Fast Fashion Is ‘Not Okay’
A movie starring Zoey Deutch and Dylan O'Brien, yes, please! After spending my 2021 summer keeping up with the Not Okay behind-the-scenes content, I immediately ran to Hulu to watch this highly anticipated satire on July 28th.
Now, no need to worry if you haven’t seen the film because I won’t spoil anything for you today. But, I will talk about the costuming choices that truly made Danni Sanders the accurate depiction of a pop-culture-obsessed wannabe influencer.
Zoey Deutch’s character, Danni Sanders, wears some of the biggest trends from 2021 throughout the film. She is styled in chunky, colorful platform sandals, plaid and argyle patterned mini skirts, corset tops, and graphic baby tees. She even sports the trendy bleached hair strips with neon-colored french tips nails.
However, when watching the film, all you can think about is how outdated these outfits are, even if the movie was only filmed a little over a year ago. Clearly, the costume direction was intended to add to the message of how extremely fast the trend cycle is with fast-fashion brands and influencer culture.
“Fashion trends are everywhere, and they have only gotten faster over time. Trends are not necessarily always negative, but they have become a key driver of unsustainable speed, consumption, and waste in the fashion industry,” said Stella Hertantyo for Conscious Life & Style.
Similar to other industries, fashion trends follow cycles and patterns. Let’s talk about the trend cycle of low-rise jeans. Love them or hate them, they were a massive part of the 90s and early 2000s.
The first stage is the introduction period, where a new and niche style is seen for the first time. Alexander Mcqueen had their models walking the runway in the new bumster trousers in the early 90s. Then in 1993, Kate Moss wore low-rise jeans on her cover of The Face and in her Calvin Klein shoot. With their influence, this trend was on its way to the rising phase.
Stage two is the rise, and with this stage, more celebrities and influencers wear the new trend, such as the era icons Destiny’s Child, Britney Spears, and Christina Aguilera. In the acceptance phase, the jeans are being accepted by the mass population of consumers and mass-produced by fast fashion companies.
Lastly, it reached its decline phase because the trend is now mainstream and has lost its unique appeal, allowing room for a new trend. When high-waisted jeans re-entered the scene in 2010, low-rise began their decline in popularity.
Good On You defines fast fashion as “cheap, trendy clothing that samples ideas from the catwalk or celebrity culture and turns them into garments in high street stores at breakneck speed to meet consumer demand.”
Consumers desire constant novelty with a trend, but with fast fashion and social media on the rise, it has sped up the micro trend cycle into months or even weeks. The trend no longer follows through the cycle properly, essentially losing the authentic appeal to the average fashion consumer.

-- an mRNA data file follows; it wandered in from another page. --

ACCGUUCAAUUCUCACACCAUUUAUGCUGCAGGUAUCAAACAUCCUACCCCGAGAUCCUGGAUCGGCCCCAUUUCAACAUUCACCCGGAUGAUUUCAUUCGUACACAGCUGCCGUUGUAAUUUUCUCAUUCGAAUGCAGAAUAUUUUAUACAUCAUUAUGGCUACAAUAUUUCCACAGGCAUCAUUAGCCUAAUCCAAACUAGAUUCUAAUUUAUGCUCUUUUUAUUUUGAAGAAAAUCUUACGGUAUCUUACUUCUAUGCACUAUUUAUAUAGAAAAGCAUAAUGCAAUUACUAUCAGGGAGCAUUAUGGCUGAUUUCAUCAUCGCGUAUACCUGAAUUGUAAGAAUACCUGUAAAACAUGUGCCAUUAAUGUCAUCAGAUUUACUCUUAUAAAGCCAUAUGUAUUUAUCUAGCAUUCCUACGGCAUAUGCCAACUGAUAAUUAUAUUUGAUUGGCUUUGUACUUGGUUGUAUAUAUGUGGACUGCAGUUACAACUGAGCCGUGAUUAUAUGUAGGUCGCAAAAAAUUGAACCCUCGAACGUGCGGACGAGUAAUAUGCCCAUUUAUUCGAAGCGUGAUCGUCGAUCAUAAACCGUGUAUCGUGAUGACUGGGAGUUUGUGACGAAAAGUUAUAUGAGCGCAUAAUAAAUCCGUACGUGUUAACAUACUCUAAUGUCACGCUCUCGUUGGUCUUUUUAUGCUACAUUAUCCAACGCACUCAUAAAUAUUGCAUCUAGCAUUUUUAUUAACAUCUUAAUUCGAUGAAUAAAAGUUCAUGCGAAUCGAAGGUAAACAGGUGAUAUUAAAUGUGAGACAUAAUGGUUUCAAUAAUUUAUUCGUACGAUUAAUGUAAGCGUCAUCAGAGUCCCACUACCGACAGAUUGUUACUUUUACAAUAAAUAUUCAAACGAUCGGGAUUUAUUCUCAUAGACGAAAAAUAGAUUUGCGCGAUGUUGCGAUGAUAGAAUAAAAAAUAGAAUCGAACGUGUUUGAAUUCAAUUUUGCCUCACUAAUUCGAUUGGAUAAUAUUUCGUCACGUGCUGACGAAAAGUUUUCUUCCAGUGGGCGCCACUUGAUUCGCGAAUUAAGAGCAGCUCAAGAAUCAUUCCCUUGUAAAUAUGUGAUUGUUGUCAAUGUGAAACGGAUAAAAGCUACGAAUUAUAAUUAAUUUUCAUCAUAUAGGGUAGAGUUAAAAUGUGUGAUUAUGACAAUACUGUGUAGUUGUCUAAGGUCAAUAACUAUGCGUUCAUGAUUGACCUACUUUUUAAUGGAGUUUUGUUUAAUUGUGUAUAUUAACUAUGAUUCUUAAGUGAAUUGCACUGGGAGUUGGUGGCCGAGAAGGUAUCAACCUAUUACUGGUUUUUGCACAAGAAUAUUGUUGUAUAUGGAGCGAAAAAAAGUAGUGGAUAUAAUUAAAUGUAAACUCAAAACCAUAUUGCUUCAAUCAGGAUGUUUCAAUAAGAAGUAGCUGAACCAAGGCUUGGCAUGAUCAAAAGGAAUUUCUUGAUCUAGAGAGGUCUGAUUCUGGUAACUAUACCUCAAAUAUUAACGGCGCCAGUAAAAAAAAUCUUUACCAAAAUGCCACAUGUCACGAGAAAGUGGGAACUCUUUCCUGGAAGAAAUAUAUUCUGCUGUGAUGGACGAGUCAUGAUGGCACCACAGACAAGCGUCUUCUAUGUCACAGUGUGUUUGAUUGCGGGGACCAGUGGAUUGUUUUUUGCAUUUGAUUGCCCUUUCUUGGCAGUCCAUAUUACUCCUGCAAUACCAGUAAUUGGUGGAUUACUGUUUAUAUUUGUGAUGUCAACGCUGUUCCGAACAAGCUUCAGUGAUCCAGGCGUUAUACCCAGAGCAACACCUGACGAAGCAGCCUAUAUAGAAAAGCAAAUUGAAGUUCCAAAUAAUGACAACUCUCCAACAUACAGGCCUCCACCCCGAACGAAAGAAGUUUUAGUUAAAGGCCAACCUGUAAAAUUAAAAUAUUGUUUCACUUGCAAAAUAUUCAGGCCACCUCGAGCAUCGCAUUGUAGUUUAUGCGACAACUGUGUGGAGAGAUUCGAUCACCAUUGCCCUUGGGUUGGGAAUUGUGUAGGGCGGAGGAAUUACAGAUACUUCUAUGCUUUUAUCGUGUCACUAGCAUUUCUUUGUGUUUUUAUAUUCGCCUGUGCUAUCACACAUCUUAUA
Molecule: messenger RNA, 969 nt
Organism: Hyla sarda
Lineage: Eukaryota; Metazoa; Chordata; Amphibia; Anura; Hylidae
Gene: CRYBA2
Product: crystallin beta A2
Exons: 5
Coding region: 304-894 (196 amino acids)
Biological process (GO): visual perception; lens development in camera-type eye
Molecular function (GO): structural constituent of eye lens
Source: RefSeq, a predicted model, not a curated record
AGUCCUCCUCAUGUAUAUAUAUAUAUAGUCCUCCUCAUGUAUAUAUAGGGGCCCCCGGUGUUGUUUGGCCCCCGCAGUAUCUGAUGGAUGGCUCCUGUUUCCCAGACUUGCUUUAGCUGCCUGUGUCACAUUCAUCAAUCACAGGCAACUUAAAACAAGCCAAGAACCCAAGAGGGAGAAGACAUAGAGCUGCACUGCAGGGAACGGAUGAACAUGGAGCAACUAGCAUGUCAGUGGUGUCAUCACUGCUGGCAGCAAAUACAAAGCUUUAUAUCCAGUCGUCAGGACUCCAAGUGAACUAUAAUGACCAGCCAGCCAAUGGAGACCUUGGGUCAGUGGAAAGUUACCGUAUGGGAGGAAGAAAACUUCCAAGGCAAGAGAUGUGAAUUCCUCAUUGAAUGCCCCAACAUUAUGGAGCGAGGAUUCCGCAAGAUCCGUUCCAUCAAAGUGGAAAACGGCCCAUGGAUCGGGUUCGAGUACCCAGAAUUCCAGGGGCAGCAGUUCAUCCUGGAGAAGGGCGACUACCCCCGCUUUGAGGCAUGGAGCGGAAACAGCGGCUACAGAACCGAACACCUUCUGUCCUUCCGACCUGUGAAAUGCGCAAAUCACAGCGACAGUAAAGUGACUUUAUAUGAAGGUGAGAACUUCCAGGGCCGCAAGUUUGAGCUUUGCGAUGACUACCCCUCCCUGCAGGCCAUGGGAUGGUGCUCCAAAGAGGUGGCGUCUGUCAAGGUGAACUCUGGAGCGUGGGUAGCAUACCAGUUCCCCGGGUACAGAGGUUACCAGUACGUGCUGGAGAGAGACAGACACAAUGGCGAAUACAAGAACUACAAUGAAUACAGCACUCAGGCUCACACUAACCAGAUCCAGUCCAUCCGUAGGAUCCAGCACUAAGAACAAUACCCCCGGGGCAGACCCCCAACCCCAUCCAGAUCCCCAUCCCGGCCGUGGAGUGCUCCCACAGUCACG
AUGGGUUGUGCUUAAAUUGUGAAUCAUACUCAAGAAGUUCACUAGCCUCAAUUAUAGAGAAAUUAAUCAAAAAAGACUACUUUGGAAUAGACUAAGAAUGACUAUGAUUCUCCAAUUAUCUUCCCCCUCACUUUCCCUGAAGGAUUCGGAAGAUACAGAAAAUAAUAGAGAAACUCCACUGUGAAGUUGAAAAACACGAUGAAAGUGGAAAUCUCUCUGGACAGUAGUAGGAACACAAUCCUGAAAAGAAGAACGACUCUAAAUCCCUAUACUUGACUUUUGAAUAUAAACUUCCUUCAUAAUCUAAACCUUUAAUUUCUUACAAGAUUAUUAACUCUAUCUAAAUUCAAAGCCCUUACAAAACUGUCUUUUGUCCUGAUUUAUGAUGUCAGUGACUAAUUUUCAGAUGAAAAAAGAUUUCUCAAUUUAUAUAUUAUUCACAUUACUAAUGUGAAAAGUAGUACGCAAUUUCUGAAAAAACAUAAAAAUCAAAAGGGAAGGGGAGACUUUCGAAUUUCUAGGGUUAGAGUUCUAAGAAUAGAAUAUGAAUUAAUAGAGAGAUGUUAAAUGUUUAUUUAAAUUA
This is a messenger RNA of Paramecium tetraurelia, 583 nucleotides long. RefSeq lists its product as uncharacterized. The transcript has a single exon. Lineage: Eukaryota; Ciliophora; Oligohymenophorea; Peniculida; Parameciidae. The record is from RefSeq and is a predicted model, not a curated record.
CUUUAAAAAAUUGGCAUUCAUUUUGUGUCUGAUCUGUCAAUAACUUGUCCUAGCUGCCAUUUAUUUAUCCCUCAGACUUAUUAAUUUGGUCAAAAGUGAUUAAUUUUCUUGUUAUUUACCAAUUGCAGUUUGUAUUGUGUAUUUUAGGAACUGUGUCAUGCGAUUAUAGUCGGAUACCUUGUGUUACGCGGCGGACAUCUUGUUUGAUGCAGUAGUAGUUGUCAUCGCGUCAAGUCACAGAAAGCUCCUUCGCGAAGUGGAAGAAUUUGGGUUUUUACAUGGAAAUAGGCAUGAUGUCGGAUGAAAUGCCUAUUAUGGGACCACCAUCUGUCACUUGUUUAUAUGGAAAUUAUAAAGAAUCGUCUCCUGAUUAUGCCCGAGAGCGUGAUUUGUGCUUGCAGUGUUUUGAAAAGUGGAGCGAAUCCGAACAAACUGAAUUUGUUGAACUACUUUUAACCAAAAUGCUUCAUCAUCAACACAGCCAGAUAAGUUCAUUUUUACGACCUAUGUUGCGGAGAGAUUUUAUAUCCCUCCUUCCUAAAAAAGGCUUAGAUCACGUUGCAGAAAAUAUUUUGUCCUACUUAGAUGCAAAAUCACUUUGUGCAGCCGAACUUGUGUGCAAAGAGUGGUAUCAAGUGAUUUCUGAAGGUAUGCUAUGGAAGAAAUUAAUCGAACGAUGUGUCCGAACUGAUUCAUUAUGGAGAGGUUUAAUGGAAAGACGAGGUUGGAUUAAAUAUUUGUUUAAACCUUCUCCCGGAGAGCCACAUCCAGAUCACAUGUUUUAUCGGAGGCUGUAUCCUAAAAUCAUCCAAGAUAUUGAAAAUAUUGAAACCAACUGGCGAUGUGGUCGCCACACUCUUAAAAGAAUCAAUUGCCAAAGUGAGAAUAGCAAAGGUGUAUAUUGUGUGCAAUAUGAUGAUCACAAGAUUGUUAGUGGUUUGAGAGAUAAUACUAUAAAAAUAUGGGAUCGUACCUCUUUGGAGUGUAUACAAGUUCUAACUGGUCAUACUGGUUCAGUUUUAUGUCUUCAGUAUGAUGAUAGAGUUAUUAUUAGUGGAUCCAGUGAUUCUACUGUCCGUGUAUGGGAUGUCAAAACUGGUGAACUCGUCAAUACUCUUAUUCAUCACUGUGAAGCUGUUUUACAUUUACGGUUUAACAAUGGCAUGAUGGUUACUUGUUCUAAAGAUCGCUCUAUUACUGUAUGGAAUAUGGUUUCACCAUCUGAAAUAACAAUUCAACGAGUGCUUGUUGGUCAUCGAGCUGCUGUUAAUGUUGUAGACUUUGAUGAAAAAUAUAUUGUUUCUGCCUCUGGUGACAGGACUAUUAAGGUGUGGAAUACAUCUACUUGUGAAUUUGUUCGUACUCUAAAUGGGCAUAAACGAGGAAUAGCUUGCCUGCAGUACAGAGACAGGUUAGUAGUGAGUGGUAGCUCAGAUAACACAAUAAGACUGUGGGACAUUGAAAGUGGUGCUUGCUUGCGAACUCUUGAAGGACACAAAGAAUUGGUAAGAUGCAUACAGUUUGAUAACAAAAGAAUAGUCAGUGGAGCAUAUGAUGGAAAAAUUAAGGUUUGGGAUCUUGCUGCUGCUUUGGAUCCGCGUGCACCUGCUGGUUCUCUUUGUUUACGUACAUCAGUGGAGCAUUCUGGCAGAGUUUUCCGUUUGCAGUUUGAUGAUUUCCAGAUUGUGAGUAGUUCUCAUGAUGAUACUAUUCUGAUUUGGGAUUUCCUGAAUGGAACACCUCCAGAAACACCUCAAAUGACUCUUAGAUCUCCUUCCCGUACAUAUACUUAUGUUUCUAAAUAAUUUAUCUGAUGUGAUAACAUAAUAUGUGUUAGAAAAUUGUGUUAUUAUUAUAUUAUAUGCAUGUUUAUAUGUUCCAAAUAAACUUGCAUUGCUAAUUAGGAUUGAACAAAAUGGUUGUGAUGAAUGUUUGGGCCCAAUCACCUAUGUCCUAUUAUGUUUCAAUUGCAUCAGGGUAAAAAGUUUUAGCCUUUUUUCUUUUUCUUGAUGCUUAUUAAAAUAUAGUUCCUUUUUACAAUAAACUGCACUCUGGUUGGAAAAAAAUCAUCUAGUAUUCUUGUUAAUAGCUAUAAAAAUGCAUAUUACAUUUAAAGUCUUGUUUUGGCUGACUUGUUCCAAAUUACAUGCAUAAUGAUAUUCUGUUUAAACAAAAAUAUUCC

More importantly, what happens when you buy a trendy item from a fast-fashion brand, but a month later, it's out of style, and you aren't wearing it anymore? Most of it sadly ends up in landfills. I won’t stun you with a devastating statistical amount, but news flash, it’s a lot of waste.
So as sustainability advocates, what are our next steps to help?
You can start with being a mindful consumer. “Fashion psychologist Dr. Dawnn Karen believes mindfulness is the key to defying rapid fashion trend cycles.” Think twice before buying that next trendy item and instead resort to other shopping methods such as second-hand resale or rental that provide trendy clothes without a more considerable cost to our environment. If you are an avid Tulerette already utilizing these new methods, share this with someone who wants to become more sustainable.
Like the film Not Okay, this is a “timeless story involving a current world.” Now more than ever is the time to start rethinking our habits and how we incorporate fashion trends into our lifestyles.
-As always, elevate your wardrobe with respected fashion and embrace the shift in style
You may also enjoy
As a clothing swapper, thrifter, and champion of sustainable style, Natasha López, a writer for Sustainable Baddie, embraces clothing rental with open arms. “I think Sustainable Baddie, like Tulerie, really...
As New York Fashion Week Fall/Winter 2024/2025 unfolds and Paris Fashion Week is almost ready to take center stage, the focus shifts to the runways and the street styles sported...
As one of our top lenders, Jess has curated a designer collection on Tulerie that our borrowers can't wait to get their hands on. With her love for Saint Laurent,...